Keith Wilson
01-24-2007, 06:07 PM
Have often wondered why screws are not used in traditional lapstrake construction instead of rivets & roves....they are more expensive but can be used without a second person's help.....that advantage would seem to offset the cost difference....... The planking isn't usually thick enough to allow enough thread engagement with the soft wood normally used. Rivets don't have this problem. There were a lot of production lapstrake motorboats built using bolts with nuts inside, which works fine.

01-24-2007, 10:10 PM
Hi John, sounds like the project is gathering steam.

If you are looking for something prettier than the okoume why not use Sapele plywood - looks like a million bucks compared to the okoume and probably not that much more expensive.

IIRC, Tom Hill's lapstrake method is to back up each lap with a batten sprung around the molds. You can fuss with the battens to get the laps lined off eye sweet then clamp the laps together for gluing by driving screws through the lap into the batten. Battens, molds, screws are temporary.

If this isn't Tom Hill's method it ought to be as it works great.

As per Keith's comment, Chris Craft built lots of lapstrake boats with copper clench nails and thiokol seam compound. Often repairers substitute bronze bolts, nuts, washers.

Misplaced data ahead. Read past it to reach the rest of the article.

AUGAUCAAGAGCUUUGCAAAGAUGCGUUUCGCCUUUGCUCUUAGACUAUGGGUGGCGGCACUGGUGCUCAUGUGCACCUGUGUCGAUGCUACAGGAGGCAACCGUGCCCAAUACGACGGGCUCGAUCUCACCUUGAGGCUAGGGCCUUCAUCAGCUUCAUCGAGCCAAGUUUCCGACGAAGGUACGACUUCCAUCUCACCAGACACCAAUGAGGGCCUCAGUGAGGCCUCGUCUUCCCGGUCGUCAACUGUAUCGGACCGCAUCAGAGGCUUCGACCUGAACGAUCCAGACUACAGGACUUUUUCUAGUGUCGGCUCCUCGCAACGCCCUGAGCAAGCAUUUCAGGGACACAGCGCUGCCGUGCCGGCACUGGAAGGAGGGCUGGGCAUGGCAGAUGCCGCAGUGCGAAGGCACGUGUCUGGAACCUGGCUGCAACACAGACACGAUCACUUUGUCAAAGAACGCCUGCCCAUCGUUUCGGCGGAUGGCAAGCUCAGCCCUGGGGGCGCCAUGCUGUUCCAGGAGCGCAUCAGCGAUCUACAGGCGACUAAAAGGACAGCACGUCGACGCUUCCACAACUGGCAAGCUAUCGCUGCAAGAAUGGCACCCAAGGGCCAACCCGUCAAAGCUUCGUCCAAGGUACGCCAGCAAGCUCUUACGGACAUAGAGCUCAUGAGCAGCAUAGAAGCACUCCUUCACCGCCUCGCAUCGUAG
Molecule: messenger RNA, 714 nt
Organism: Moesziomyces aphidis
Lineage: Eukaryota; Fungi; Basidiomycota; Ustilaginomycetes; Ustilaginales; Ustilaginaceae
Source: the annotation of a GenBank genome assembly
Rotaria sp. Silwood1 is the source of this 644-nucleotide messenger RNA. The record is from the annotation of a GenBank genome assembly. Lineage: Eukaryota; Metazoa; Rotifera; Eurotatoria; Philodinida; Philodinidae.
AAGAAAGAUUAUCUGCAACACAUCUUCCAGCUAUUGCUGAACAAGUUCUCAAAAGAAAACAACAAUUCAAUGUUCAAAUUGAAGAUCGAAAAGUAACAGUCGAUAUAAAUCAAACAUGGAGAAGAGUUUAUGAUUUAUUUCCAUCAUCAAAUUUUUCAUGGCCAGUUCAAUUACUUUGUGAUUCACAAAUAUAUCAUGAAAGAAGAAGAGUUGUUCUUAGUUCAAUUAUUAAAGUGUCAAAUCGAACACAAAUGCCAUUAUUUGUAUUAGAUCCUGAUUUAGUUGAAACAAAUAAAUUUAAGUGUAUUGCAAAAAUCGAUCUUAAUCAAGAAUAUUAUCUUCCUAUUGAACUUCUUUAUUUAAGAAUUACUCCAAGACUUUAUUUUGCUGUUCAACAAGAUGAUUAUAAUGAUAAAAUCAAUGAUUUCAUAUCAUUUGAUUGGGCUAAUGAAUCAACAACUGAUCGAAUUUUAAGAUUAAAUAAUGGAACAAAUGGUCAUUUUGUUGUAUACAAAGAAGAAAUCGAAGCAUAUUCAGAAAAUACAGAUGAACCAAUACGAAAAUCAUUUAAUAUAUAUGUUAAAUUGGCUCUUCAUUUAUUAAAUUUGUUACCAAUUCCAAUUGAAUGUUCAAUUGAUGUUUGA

With epoxy you don't need no stinkin' metal fasteners.

John A. Campbell
01-25-2007, 06:54 PM
Denny, I already had the Okoume on hand so decided to use it......have had good luck with it on other boats. I'm thinking now, after discussing with the West Systems people, that I will glass over the 18 mm bottom instead of adding the cedar layer but will add Atlantic white cedar over the transom and use cedar for seats and floorboards.....all cedar finished bright. I'll probably wind up painting the side planks ( perhaps Kirby's "Bottle Green") and finish the transom bright with Honduran mahogany inwales, outwales, breasthook, and quarter knees.....the latter two laminated. For batteries, I'm planning on four 6-volt Lifeline GPL-4C's (for 492 minutes at 25 amps) plus room for 2 more if it turns out that I need them. The motor will probably be EV America's A00-4009 using their controller, mount, etc. Have used Tom Hill's construction method on 4 boats and really like working with it.......I like to notch the molds so the ribbands lie nice and flat although you still have to bevel the notch bottoms as well as the mold edges to follow hull curvature.....just got to be real sure you use Johnson's Paste Wax real carefully on the jig.......never have had one stick and sure don't want it now. Now preparing a letter to Prestige Trailer in Atlanta, Texas asking for a quote for a custom trailer.....sending them the full size mold patterns and a copy of Atkins' drawings to make sure they get it right......but first must calculate the boat's weight as close as I can 'cause I want her to ride soft.